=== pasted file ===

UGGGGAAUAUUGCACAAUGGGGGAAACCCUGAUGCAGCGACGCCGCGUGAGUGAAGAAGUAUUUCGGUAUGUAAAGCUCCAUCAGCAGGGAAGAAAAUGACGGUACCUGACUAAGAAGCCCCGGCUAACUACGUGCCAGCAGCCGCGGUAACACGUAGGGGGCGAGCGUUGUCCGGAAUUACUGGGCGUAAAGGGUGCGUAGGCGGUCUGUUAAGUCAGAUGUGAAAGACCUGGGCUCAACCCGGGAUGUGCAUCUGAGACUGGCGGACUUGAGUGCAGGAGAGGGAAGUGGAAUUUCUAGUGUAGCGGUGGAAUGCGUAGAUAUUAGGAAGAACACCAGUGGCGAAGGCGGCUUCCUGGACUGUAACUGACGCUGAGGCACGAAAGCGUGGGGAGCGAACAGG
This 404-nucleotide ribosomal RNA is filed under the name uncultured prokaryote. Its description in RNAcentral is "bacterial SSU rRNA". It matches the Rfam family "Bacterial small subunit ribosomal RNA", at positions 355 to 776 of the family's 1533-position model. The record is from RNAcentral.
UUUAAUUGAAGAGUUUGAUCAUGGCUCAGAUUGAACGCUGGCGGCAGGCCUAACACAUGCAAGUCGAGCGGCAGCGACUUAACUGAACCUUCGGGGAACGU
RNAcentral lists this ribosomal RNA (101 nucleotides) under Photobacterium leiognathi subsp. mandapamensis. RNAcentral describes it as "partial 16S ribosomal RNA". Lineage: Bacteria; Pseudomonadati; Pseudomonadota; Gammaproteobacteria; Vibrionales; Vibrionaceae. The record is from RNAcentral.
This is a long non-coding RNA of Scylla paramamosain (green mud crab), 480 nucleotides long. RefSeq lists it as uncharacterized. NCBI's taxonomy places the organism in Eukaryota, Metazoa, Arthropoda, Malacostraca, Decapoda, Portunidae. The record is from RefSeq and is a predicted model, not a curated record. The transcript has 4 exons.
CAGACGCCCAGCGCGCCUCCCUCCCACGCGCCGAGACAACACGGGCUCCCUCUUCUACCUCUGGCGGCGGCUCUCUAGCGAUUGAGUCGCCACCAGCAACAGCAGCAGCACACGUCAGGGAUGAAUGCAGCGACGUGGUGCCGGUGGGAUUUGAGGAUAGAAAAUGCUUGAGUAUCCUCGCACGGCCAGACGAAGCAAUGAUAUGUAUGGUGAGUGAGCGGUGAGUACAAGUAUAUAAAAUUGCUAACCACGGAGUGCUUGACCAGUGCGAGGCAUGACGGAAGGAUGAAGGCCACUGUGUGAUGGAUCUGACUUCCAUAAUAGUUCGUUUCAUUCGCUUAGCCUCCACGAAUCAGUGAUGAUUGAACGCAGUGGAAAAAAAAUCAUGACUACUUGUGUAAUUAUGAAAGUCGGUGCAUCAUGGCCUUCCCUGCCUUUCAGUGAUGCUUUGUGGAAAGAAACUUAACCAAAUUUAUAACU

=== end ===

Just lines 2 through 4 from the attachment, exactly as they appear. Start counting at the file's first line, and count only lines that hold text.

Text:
This 404-nucleotide ribosomal RNA is filed under the name uncultured prokaryote. Its description in RNAcentral is "bacterial SSU rRNA". It matches the Rfam family "Bacterial small subunit ribosomal RNA", at positions 355 to 776 of the family's 1533-position model. The record is from RNAcentral.
UUUAAUUGAAGAGUUUGAUCAUGGCUCAGAUUGAACGCUGGCGGCAGGCCUAACACAUGCAAGUCGAGCGGCAGCGACUUAACUGAACCUUCGGGGAACGU
RNAcentral lists this ribosomal RNA (101 nucleotides) under Photobacterium leiognathi subsp. mandapamensis. RNAcentral describes it as "partial 16S ribosomal RNA". Lineage: Bacteria; Pseudomonadati; Pseudomonadota; Gammaproteobacteria; Vibrionales; Vibrionaceae. The record is from RNAcentral.